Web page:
The New Pope is a veritable orgasm for the eyes and Paolo Sorrentino the visual poet flooding our optical senses with such beauty as he demonstrates his ability as maximum calculator of framing, lights and slow motion.

After The Young Pope, his latest production, which is available on HBO from 11th January in association with THE MEDIAPRO STUDIO, is yet another delightful work calculated to the millimeter. Apart from the story, what we love is the journey through the scenes: how it enters the rooms, how it parades, camera in hand, through Saint Mark’s square in Venice, how it strategically places the characters and how the dialogues are choreographed after being studied conscientiously. And, oh my God! The representation of Michelangelo’s Pieta, pure poetry, and then, only later, comes the storyline.

“For me, the Vatican is the only place in the world where things are thought through before taking action. The Vatican is a compliment to slowness” (Paolo Sorrentino, El Mundo)

The Young Pope left us with a yearning in our hearts after watching helplessly as the ever-attractive Jude Law fell into a deep coma. We were without a Pope, without our charismatic Pius XIII, and we needed to know if he’d once again walk among us; and yes, he would, but only by miracle, he would rise again to reign the Vatican. And this is exactly what this second part is all about, although with one exquisite novelty: we have John Malkovich as a candidate to replace him; elegance personified on the verge of becoming the new leader of the Catholic Church. An actor who runs a mile from religion but who, however, the role of John Paul III fits him like a papal ring. Surrounded by power and opulence, Malkovich seems born to play that role.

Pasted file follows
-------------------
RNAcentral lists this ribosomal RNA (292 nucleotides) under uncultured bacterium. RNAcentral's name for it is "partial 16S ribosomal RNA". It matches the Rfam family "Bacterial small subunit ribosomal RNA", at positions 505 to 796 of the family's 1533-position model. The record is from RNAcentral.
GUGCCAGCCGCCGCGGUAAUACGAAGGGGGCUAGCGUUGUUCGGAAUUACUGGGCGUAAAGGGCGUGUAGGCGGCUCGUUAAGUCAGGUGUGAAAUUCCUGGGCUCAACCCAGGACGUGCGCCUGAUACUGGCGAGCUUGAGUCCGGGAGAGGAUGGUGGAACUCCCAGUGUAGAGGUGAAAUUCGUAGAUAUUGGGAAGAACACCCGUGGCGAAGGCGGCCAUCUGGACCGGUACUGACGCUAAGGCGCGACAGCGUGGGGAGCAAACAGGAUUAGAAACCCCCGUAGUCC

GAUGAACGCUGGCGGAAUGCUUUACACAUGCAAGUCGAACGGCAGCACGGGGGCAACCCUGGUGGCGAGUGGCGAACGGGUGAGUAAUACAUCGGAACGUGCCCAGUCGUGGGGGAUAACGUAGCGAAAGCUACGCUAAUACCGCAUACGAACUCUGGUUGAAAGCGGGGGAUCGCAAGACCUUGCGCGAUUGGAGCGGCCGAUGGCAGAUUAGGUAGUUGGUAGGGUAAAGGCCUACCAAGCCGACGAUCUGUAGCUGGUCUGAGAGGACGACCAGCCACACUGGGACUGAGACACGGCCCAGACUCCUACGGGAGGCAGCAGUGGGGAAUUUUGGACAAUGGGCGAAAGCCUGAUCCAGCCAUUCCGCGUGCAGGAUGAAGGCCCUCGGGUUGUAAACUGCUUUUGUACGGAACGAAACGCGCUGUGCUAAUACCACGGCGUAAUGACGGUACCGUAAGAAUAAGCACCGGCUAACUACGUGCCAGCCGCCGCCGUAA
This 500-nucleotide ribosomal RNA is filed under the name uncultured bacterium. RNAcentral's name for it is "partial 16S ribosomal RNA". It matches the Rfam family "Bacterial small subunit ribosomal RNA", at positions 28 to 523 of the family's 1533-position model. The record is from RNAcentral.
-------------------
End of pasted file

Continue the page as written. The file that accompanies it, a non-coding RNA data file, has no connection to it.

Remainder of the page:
“I don’t have much in common with my characters. I’m not a serious person and I’m always picked to play really serious or intellectual people” (John Malkovich, La Vanguardia)

In this second installment, presented in September at the Venice Film Festival and consisting of nine episodes, the director of The Great Beauty is back to provoke us some more. Not only because this time he’s chosen to invite Sharon Stone and Marilyn Manson to take part, but also because he offers us some pretty racy scenes and raises horrendously topical questions for internal debate, including child abuse, homosexuality within the church (beautifully played by Spanish actor Javier Camara) and Islamic terrorism. Sorrentino also leaves us space to reflect on our faith: Why do we pray? What do we ask God for? And, on the figure of the Pope: ‘Can a Pope heal a sick child? Do miracles exist? Only Sorrentino knows.


Bárbara Padilla: Collaborator in the Series section of La Vanguardia. News editor and presenter on RAC1. Barcelona-based journalist since 2007. An amateur movie buff since she was old enough to know right from wrong and of series since the Netflix boom.